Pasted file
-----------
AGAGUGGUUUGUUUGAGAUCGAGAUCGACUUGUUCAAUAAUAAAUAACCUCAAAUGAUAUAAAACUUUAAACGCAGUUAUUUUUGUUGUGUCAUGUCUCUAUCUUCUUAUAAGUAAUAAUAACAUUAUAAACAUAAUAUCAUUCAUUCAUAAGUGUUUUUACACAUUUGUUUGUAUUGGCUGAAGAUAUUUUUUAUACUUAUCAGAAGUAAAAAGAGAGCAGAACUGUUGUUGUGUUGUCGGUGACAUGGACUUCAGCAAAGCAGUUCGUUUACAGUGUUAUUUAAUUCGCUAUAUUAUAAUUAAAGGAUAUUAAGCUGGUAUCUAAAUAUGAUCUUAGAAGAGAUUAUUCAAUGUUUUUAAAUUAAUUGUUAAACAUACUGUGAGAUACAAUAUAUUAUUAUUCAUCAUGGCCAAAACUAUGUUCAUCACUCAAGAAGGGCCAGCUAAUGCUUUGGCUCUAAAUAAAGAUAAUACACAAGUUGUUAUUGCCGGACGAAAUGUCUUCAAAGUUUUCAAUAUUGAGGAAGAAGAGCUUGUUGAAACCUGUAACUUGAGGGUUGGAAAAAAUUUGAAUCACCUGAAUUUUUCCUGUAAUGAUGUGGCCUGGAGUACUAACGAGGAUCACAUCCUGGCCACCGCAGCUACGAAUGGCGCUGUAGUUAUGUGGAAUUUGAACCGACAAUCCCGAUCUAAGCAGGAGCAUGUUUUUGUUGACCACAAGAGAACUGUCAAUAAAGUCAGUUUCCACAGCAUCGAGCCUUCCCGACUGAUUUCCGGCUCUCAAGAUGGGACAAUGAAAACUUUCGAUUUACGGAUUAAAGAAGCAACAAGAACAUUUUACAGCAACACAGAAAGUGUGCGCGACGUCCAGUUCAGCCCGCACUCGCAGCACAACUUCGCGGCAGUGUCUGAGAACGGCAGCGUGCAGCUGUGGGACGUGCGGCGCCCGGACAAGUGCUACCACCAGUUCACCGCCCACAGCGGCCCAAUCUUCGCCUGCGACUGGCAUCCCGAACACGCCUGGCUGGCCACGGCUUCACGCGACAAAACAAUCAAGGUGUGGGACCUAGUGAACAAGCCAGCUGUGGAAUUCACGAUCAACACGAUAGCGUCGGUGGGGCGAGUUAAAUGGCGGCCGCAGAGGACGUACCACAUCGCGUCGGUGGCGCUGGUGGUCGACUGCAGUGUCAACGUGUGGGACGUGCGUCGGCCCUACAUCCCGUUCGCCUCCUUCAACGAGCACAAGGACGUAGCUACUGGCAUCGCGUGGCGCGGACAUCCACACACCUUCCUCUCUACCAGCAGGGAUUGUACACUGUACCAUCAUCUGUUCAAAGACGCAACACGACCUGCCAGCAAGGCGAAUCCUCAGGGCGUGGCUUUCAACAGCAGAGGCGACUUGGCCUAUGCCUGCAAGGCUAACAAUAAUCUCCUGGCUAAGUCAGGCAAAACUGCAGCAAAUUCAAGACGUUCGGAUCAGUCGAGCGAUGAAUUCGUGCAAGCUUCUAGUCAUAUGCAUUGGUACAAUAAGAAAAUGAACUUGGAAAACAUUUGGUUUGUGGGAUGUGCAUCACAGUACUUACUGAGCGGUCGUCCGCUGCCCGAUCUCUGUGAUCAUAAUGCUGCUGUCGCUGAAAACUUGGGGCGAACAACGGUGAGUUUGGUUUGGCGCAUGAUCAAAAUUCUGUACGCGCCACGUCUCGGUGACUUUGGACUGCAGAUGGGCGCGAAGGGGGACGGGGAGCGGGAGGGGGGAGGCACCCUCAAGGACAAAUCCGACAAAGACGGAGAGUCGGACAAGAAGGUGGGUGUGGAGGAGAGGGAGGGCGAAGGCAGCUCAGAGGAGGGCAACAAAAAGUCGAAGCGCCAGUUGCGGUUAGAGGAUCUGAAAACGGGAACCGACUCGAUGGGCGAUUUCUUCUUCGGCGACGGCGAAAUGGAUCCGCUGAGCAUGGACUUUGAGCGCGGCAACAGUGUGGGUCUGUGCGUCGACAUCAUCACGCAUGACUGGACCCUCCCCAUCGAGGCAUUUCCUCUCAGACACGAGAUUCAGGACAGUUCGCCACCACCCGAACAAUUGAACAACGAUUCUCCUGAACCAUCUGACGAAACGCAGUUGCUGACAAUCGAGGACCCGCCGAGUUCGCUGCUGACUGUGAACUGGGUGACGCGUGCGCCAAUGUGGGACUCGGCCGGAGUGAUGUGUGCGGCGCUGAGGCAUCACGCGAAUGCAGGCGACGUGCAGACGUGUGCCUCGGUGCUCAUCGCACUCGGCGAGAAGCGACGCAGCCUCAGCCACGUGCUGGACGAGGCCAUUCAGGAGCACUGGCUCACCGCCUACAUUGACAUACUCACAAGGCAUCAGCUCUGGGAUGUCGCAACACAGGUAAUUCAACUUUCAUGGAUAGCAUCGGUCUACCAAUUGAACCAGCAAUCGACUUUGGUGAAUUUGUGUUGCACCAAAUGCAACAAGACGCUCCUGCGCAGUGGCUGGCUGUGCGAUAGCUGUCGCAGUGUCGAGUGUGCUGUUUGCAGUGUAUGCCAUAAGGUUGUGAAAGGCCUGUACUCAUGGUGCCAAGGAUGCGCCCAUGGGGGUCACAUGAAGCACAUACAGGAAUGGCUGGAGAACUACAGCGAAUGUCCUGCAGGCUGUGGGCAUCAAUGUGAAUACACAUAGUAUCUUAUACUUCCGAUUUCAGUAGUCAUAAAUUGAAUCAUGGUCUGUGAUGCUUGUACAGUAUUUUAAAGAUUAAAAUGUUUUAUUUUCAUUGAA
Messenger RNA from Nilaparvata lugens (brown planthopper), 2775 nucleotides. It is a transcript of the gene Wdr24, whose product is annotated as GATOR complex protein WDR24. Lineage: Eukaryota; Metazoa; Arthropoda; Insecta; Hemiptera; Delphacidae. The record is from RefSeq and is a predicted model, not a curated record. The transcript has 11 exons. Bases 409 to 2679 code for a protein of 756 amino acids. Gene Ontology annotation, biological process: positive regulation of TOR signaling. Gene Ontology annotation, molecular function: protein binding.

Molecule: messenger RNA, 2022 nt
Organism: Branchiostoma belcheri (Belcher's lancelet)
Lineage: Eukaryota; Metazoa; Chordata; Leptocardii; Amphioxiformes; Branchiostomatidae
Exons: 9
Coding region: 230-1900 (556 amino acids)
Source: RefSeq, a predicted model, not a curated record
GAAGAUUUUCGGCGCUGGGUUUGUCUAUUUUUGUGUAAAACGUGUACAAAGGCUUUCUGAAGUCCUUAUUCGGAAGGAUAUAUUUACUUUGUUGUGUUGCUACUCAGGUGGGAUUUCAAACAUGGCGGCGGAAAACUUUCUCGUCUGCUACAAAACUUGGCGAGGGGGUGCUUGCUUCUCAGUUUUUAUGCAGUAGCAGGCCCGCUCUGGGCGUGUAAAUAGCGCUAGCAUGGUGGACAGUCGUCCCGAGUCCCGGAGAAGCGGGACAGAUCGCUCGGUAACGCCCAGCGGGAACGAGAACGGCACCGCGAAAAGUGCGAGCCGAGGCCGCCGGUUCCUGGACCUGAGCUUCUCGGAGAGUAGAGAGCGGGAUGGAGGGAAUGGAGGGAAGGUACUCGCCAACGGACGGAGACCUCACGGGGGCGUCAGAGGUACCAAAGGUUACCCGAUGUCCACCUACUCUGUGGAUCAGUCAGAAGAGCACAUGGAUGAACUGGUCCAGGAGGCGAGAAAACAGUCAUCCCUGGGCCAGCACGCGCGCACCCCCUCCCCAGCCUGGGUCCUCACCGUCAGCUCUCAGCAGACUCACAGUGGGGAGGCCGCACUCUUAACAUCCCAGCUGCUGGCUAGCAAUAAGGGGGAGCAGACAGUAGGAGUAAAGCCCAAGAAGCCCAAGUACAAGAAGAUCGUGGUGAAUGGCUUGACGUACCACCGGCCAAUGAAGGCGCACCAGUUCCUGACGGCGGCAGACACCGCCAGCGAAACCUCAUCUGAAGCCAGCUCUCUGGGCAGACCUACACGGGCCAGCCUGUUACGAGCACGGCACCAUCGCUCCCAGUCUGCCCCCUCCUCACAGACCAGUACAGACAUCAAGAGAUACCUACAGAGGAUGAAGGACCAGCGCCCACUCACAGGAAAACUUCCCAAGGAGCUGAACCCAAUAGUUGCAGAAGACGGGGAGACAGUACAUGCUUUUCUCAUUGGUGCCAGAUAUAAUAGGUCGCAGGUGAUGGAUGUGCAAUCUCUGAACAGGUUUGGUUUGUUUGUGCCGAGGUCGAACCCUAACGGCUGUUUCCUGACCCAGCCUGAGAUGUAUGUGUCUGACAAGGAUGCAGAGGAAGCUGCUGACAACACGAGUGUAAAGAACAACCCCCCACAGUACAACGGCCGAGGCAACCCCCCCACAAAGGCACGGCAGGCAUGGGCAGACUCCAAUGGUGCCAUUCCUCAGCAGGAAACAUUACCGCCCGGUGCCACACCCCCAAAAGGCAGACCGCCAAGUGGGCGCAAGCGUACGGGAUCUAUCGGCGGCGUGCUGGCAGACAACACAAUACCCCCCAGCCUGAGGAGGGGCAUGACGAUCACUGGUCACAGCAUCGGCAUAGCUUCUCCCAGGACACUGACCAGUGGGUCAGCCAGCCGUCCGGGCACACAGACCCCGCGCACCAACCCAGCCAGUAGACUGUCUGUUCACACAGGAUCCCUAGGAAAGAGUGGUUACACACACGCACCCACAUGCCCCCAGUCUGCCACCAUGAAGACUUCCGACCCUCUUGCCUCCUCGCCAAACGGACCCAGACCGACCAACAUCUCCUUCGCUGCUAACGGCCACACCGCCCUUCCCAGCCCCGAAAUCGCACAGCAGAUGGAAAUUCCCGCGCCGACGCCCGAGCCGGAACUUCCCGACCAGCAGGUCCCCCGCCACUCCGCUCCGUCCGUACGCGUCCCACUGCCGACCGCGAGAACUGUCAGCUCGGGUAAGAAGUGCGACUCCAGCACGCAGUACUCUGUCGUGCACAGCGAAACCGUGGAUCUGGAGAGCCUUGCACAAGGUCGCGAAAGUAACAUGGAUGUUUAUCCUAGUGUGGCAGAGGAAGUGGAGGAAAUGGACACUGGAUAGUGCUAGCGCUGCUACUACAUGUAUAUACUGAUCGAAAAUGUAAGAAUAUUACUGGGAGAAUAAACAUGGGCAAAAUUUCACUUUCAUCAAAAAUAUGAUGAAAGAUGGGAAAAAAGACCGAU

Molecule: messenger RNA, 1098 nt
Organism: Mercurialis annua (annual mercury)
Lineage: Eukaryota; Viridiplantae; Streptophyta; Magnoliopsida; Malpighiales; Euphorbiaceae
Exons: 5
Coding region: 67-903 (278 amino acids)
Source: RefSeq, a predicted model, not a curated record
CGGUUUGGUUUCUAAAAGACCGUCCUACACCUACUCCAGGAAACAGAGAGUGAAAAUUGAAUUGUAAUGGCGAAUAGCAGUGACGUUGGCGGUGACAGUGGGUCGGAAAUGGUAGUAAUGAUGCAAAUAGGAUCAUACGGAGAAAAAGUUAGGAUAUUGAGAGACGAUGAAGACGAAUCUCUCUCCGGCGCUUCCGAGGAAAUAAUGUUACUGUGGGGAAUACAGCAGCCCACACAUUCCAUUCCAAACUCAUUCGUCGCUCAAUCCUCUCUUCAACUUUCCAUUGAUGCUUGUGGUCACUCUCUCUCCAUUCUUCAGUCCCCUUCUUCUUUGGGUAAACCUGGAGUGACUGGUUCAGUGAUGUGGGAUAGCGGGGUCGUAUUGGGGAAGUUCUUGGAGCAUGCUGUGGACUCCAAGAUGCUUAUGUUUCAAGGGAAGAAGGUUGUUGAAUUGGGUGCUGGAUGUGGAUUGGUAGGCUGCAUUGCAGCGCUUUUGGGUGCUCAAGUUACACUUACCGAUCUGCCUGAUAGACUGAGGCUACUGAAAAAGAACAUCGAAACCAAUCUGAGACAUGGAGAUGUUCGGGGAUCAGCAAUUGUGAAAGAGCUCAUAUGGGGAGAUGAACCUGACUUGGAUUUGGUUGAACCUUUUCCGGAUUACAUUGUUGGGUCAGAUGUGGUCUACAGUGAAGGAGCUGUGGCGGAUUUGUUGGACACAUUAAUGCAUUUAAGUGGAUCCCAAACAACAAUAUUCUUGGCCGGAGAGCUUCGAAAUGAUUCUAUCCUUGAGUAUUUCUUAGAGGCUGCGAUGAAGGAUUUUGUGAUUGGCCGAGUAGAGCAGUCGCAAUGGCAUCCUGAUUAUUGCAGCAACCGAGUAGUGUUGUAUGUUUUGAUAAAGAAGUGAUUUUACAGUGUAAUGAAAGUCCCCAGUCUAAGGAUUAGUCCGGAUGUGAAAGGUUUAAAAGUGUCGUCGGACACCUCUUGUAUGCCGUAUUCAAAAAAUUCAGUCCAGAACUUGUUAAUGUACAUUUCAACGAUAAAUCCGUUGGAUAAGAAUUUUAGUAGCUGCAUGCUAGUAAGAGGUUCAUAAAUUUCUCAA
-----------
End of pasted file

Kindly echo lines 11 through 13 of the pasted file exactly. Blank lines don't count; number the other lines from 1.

Organism: Mercurialis annua (annual mercury)
Lineage: Eukaryota; Viridiplantae; Streptophyta; Magnoliopsida; Malpighiales; Euphorbiaceae
Exons: 5